The English are a funny bunch and particularly funny in their attitudes to catholics. I found an article in the Independent which struck me as bizarre. I have commented on bits of it because it’s my blog and I can. You can read the whole thing here, should you so wish. It is, inevitably, inspired by Tony Blair’s conversion which has flummoxed the nation.
“In 2006, it was revealed that Father Seed had regularly been celebrating Mass at 10 Downing Street for cradle-Catholic Cherie Blair and the couple’s four Catholic-educated children. Did Tony attend too? Father Seed looks surprised that I even need to ask: “Of course.””
Well, yes, because I would have thought that it would be rude not to, particularly if it was a family mass. For me, it would be odd, if he hadn’t gone along. You know when he married Cherie, he promised to bring any children up Catholic. That’s what we’re like, us Catholics, we think of everything. And isn’t the expression “cradle catholic” hilarious and faintly derogatory? Almost implying she became a catholic before she knew any better and had she been older and wiser she certainly wouldn’t have done it, not like Tony. I’m forced to point out that, by rights, their children should be “cradle-catholics” as well and not just catholic educated. Where will it all end? Rome will invade.
“Father Seed, though, is a friar, a member of a religious order that is part of the Franciscan family. So, while the Jesuits were founded as a quasi-military religious order to reconvert Europe after the Reformation, the Franciscans have an older, less aggressive mandate: to support those in need. That is how the man sitting opposite me sees his work: helping people through a spiritual crisis. Whether or not they end up converting is immaterial. “We are all Christians. And that’s that. Therefore the pilgrimage we make is a movement of Christ, and if it is an authentic movement, we should be joyful about people becoming Catholic or Anglican or Methodist.””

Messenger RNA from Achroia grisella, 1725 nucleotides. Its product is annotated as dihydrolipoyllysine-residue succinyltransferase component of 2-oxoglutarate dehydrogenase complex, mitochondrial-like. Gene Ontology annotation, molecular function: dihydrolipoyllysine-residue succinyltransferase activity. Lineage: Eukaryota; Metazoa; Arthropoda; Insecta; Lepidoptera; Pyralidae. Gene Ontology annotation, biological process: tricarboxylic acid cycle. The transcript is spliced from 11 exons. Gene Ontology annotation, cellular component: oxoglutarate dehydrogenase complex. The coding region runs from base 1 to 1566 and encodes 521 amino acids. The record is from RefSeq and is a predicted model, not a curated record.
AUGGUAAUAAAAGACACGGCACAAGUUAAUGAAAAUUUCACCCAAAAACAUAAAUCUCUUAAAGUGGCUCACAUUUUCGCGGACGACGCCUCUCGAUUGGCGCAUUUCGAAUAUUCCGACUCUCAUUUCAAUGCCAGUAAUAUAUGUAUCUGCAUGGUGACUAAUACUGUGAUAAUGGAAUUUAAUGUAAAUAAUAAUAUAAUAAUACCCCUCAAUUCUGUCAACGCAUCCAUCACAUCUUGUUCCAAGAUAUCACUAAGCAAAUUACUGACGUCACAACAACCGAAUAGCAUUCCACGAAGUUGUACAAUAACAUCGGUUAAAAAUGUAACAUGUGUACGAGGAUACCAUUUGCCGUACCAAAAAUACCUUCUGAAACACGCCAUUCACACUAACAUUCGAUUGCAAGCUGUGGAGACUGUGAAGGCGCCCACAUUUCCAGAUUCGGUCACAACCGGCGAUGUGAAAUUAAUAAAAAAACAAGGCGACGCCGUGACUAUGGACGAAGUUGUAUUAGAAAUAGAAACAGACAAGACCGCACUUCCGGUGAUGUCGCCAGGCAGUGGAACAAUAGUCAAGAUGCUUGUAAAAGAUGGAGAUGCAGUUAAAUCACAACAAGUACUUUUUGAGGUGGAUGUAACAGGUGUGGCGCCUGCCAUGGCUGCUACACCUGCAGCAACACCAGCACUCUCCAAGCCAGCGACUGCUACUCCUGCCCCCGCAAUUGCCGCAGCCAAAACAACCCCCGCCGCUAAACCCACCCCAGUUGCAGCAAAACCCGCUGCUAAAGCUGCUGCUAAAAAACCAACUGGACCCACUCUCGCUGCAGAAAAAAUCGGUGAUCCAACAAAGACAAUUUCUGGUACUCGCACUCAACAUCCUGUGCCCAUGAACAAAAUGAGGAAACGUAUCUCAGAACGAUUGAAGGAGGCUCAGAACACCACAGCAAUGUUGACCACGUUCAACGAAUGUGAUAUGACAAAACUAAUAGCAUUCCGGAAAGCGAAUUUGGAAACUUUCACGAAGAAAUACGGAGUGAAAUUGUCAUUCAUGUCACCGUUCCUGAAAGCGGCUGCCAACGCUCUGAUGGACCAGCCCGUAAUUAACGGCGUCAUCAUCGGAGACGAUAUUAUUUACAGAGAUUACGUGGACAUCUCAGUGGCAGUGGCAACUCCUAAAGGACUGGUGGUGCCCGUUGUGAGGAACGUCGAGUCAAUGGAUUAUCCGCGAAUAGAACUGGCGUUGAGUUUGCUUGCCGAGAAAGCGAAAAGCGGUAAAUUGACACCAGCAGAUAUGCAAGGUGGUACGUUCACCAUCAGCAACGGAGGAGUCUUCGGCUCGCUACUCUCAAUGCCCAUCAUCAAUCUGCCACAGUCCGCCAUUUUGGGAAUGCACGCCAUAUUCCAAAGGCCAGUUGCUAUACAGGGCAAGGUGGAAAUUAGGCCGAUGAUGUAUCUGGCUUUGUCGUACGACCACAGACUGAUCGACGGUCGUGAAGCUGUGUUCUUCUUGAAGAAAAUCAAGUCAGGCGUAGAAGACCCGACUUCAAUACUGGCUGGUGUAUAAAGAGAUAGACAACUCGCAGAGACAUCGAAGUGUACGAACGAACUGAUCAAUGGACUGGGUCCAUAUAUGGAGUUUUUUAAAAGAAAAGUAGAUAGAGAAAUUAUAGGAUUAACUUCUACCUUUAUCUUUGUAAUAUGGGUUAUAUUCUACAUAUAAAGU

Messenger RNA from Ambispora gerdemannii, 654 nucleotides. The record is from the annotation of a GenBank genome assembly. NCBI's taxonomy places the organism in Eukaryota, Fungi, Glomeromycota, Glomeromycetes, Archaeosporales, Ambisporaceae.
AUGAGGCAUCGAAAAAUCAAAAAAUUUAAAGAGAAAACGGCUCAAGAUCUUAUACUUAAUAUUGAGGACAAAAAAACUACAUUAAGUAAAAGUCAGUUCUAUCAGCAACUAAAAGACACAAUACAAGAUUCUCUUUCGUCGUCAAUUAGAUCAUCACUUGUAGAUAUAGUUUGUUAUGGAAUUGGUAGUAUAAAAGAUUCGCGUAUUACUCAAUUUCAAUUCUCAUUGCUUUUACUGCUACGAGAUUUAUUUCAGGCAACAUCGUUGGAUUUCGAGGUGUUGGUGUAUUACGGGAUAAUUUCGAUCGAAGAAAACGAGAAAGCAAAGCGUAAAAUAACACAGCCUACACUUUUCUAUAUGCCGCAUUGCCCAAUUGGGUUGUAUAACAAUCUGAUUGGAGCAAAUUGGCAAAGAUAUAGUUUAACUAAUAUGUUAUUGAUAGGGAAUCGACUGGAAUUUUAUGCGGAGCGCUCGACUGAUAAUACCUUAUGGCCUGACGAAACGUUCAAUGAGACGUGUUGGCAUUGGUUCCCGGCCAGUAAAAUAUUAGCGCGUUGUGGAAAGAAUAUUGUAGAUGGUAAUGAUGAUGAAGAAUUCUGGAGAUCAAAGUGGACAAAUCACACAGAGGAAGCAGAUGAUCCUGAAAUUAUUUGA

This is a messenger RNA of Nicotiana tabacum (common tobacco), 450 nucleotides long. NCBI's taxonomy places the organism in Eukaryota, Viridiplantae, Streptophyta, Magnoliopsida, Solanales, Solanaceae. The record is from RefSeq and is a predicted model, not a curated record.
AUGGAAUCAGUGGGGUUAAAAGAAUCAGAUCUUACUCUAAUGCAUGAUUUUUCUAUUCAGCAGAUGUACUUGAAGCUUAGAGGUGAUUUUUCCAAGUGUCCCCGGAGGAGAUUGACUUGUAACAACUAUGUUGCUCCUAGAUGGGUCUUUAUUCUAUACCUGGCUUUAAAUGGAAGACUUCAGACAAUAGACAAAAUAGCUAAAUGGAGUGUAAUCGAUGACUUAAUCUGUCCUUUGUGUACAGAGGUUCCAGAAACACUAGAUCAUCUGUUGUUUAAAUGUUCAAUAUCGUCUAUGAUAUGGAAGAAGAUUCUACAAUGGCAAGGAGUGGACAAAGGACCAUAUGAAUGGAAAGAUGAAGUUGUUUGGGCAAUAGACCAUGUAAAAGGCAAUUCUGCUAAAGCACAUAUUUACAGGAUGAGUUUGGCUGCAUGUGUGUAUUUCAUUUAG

Of course, for us, the Jesuits are the intellectuals of the Church, though conceding their role in the counter-reformation, for me the Jesuits say smart, smart, smart not agressive, agressive, agressive. You know, we send money to the missions, you know we actually are supposed to want to convert everyone, even the nice Franciscans.
“So he started going to say Mass in their flat above Number 11 Downing Street. Father Seed is eager to portray this special treatment not as a privilege, but as a kind of torture. “Mrs Blair” – he never uses their first names – “absolutely hated it. She hated not being able to go to Mass with everyone else.”
I absolutely believe this. Part of the nice thing about going to Mass is that sense of Catholic community and though I never appreciated it when I was younger, I do now. Mass at home is nice from time to time for a special occasion. All the time, and they must have felt slightly cut off.